Why We Must Challenge “Hackish History”

Some of you may recall our very popular podcast interview with Princeton University American historian and twitterstorian Kevin Kruse.  You can listen to it here.

Kruse has been busy lately.  He got a lot of attention when he challenged conservative pundit Dinesh D’Souza’s faulty use of of American political history to advance an argument that today’s Democratic Party is the party of the KKK and white supremacy.  Kruse used his Twitter platform to dismantle D’Souza’s use of the past for political and financial gain.

Apparently some academic historians are wondering why Kruse is spending so much time arguing with D’Souza.  Kruse responded to this criticism with a series of tweets.  Here they are:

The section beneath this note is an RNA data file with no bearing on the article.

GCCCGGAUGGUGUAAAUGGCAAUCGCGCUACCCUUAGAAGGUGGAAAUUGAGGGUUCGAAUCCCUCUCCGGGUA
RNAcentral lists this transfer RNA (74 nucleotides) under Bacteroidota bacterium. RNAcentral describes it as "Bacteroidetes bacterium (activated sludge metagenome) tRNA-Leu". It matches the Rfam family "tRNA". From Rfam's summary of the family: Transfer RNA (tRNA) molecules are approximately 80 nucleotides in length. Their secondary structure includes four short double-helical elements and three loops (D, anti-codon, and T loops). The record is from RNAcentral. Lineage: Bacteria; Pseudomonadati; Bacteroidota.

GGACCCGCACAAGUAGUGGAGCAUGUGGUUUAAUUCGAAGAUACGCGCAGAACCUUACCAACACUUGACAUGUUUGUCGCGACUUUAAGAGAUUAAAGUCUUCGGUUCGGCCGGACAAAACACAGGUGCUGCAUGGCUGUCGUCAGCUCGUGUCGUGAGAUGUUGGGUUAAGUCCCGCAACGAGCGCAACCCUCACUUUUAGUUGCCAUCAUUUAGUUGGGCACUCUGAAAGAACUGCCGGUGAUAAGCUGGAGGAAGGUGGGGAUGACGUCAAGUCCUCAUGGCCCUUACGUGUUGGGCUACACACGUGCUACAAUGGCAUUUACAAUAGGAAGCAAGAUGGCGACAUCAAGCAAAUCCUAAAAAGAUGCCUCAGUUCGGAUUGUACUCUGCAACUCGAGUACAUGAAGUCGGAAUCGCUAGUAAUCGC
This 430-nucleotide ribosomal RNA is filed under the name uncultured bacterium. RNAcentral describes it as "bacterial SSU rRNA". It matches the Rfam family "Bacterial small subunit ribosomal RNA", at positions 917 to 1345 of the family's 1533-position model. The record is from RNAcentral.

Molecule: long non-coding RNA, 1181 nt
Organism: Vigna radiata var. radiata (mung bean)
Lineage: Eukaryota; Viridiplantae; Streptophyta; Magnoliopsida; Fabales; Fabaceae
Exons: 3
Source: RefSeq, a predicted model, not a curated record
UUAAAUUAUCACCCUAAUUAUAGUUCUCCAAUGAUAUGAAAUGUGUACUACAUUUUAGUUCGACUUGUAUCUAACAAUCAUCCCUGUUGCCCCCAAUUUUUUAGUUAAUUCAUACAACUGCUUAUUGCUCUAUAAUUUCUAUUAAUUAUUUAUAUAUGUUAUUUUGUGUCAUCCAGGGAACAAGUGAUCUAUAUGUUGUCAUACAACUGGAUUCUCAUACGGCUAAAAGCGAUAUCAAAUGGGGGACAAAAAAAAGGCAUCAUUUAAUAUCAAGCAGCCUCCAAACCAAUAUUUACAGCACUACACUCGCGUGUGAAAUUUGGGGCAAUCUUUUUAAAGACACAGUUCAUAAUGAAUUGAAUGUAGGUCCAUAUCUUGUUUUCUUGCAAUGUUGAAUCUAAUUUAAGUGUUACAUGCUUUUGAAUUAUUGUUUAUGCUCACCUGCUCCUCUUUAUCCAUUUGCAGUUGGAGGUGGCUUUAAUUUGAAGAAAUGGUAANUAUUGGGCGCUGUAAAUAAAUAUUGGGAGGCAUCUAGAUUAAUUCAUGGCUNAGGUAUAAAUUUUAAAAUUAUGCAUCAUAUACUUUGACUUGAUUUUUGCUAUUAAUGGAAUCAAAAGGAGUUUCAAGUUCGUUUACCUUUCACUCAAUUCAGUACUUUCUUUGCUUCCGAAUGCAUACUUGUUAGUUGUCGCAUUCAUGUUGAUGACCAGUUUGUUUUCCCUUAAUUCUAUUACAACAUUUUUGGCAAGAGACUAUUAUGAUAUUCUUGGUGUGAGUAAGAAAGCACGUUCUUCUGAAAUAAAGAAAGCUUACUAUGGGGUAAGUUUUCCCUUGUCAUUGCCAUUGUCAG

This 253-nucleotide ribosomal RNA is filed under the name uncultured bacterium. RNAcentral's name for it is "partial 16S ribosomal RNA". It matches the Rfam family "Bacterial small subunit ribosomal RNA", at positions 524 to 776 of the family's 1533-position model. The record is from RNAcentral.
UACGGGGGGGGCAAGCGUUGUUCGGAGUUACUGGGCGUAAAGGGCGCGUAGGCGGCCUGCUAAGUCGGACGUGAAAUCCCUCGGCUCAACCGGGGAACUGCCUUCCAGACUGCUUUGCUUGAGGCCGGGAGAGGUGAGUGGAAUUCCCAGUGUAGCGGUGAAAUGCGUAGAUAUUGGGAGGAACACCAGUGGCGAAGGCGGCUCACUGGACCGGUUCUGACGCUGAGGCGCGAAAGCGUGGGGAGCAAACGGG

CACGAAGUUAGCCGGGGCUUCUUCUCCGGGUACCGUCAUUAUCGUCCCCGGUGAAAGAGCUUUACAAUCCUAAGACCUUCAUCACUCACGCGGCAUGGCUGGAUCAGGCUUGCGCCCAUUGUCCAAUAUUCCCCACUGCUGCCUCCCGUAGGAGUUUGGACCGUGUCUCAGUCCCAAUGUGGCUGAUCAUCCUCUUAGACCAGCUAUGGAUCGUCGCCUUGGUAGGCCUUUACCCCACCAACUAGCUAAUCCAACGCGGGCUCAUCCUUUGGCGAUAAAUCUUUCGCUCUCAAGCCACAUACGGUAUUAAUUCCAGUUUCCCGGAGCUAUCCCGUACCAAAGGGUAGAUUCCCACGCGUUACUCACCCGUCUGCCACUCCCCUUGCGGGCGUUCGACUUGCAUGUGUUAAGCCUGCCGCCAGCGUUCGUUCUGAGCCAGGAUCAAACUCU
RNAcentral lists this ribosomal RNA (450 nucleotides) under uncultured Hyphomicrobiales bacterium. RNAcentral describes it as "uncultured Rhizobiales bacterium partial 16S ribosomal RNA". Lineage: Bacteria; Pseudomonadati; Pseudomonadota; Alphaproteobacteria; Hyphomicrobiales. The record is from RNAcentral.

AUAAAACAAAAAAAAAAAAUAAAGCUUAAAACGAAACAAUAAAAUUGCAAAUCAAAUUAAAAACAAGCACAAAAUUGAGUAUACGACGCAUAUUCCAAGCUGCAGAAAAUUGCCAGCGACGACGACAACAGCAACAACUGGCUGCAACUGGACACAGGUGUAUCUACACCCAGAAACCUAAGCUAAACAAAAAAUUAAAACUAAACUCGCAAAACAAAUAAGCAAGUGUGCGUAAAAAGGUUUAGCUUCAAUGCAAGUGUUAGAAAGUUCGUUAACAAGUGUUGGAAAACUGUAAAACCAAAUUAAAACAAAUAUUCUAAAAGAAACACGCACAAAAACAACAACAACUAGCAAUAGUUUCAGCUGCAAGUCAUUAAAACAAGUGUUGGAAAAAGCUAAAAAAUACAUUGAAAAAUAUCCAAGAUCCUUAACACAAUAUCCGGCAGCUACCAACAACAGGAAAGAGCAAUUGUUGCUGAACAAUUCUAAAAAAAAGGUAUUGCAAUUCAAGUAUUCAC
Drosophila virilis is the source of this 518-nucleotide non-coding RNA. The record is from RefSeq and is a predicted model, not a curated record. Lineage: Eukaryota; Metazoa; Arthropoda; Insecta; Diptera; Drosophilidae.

As many TWOILH readers know, I spend a lot of time engaging Christian Right activists who use the American past to promote their political agendas in the present.  I don’t think it is a waste of time to challenge such faulty uses of the past.  In fact, it is a basic part of my calling.  John Hope Franklin said that historians, as a servant of the past, are the “conscience of the nation.” They can also be the conscience of the church.

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